“… You were so glad when the storm died down, and He led you safely back to harbor.” (Psalm 107:30 THE MESSAGE)
You may remember the story of Abby Sutherland, the plucky 16-year-old from Southern California, who bravely attempted to become the youngest person ever to circumnavigate the globe solo. Setting off in a small sailboat named “Wild Eyes”, Abby faced broken equipment, unpredictable storms, and threats of pirates during her voyage. Just off the coast of Australia, the teenager’s trip was cut short as gigantic, 3-story swells capsized her boat, and destroyed her mast. Thankfully, she and her boat were rescued three days later. Can you imagine Abby’s relief as her bruised and battered little boat was pulled into a safe harbor? Away from all the dangers and pressures of the high seas, Abby could finally relax and recuperate from her long journey, as her family tearfully welcomed her back into the harbor with joy.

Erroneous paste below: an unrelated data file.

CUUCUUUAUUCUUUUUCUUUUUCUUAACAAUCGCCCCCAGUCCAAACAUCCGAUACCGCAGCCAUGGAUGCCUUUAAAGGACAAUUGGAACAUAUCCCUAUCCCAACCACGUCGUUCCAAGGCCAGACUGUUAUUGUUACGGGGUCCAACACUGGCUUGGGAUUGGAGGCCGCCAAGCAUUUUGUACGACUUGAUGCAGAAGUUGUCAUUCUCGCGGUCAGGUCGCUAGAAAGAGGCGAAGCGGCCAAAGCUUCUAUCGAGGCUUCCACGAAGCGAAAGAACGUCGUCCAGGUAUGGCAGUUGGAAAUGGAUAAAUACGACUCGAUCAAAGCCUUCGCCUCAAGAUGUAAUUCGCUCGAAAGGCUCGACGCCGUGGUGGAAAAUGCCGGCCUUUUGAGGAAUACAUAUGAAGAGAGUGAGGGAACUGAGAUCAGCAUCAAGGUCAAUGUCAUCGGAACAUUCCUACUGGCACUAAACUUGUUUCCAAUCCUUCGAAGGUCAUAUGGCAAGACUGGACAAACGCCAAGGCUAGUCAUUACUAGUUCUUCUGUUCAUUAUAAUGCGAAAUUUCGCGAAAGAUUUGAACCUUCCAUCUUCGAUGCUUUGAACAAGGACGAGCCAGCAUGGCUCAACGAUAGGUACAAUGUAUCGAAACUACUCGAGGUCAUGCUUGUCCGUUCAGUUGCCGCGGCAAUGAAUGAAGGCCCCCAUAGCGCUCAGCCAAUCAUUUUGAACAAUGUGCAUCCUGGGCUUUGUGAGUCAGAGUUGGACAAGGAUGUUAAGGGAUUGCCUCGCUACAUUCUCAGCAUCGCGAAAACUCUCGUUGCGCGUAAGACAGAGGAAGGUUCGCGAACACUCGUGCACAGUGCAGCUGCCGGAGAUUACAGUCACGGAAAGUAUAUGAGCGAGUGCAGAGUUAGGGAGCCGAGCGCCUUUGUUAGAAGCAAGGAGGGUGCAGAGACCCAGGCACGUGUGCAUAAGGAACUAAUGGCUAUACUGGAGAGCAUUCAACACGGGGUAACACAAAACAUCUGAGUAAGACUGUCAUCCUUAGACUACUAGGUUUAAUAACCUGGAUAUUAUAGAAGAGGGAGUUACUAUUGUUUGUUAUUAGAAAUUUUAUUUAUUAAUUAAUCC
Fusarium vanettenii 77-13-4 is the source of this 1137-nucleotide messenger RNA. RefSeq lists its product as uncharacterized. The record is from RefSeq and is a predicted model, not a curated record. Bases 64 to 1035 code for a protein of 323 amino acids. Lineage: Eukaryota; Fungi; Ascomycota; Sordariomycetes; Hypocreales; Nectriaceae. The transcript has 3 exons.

You may not realize it, but your teenager is on a journey no less perilous or dangerous than the one Abby Sutherland ventured. Every day, their tiny boat is buffeted by storms of a permissive culture, the pirates of constant media, the pressures to perform, and growing gales of pessimism about the world they live in. As a contrast, our homes should be a safe harbor for tired teens. The family should be a place where they can repair, refuel, and be re-sent, prepared to weather the world. Kids need a quiet and peaceful place of protection from the elements. If they don’t find it at your home, they will find it somewhere else.
So how can we make our home a safe harbor for our kids?
A Harbor of Friendship